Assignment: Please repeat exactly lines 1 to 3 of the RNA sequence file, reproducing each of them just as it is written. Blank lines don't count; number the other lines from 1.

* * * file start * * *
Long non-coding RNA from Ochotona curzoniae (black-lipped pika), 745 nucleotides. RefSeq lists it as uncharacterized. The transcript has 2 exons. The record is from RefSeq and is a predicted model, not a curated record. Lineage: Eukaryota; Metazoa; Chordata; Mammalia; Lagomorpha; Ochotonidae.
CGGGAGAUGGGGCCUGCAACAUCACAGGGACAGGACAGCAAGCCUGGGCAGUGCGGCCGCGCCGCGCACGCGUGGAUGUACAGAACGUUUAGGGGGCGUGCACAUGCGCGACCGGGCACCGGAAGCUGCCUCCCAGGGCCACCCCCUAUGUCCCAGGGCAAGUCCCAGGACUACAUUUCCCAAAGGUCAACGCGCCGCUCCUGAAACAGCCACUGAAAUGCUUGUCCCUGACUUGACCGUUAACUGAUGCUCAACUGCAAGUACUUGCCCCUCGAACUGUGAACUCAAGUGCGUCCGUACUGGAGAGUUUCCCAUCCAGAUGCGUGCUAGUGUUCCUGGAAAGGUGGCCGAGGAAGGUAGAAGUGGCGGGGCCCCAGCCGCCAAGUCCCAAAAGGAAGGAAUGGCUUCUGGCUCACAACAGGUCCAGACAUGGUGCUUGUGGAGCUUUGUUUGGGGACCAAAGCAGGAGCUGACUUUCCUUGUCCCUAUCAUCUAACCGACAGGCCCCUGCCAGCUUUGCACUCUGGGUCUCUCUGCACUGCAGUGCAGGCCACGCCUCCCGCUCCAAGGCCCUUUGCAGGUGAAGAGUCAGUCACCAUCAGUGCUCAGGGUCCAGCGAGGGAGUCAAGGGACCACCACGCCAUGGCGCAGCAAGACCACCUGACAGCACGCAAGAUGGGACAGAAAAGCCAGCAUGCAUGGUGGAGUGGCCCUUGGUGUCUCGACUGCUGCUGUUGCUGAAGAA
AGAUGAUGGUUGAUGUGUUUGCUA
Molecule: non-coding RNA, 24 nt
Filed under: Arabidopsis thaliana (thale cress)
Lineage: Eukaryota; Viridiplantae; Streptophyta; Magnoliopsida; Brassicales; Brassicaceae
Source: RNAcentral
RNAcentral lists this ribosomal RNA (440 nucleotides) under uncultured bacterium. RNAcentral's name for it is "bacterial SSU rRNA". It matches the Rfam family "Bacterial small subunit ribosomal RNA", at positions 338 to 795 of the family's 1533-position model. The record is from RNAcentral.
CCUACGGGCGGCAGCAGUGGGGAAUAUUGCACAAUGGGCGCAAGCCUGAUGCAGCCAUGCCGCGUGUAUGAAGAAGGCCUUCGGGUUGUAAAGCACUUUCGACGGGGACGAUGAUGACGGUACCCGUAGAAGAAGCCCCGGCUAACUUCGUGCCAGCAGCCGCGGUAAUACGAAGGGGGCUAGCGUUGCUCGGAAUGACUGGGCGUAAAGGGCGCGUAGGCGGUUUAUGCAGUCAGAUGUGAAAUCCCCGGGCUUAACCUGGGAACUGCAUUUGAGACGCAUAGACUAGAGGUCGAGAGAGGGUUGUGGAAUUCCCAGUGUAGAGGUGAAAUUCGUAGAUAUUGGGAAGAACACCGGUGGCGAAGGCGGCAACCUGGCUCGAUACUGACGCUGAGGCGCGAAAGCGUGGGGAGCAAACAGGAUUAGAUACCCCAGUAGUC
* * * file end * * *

Long non-coding RNA from Ochotona curzoniae (black-lipped pika), 745 nucleotides. RefSeq lists it as uncharacterized. The transcript has 2 exons. The record is from RefSeq and is a predicted model, not a curated record. Lineage: Eukaryota; Metazoa; Chordata; Mammalia; Lagomorpha; Ochotonidae.
CGGGAGAUGGGGCCUGCAACAUCACAGGGACAGGACAGCAAGCCUGGGCAGUGCGGCCGCGCCGCGCACGCGUGGAUGUACAGAACGUUUAGGGGGCGUGCACAUGCGCGACCGGGCACCGGAAGCUGCCUCCCAGGGCCACCCCCUAUGUCCCAGGGCAAGUCCCAGGACUACAUUUCCCAAAGGUCAACGCGCCGCUCCUGAAACAGCCACUGAAAUGCUUGUCCCUGACUUGACCGUUAACUGAUGCUCAACUGCAAGUACUUGCCCCUCGAACUGUGAACUCAAGUGCGUCCGUACUGGAGAGUUUCCCAUCCAGAUGCGUGCUAGUGUUCCUGGAAAGGUGGCCGAGGAAGGUAGAAGUGGCGGGGCCCCAGCCGCCAAGUCCCAAAAGGAAGGAAUGGCUUCUGGCUCACAACAGGUCCAGACAUGGUGCUUGUGGAGCUUUGUUUGGGGACCAAAGCAGGAGCUGACUUUCCUUGUCCCUAUCAUCUAACCGACAGGCCCCUGCCAGCUUUGCACUCUGGGUCUCUCUGCACUGCAGUGCAGGCCACGCCUCCCGCUCCAAGGCCCUUUGCAGGUGAAGAGUCAGUCACCAUCAGUGCUCAGGGUCCAGCGAGGGAGUCAAGGGACCACCACGCCAUGGCGCAGCAAGACCACCUGACAGCACGCAAGAUGGGACAGAAAAGCCAGCAUGCAUGGUGGAGUGGCCCUUGGUGUCUCGACUGCUGCUGUUGCUGAAGAA
AGAUGAUGGUUGAUGUGUUUGCUA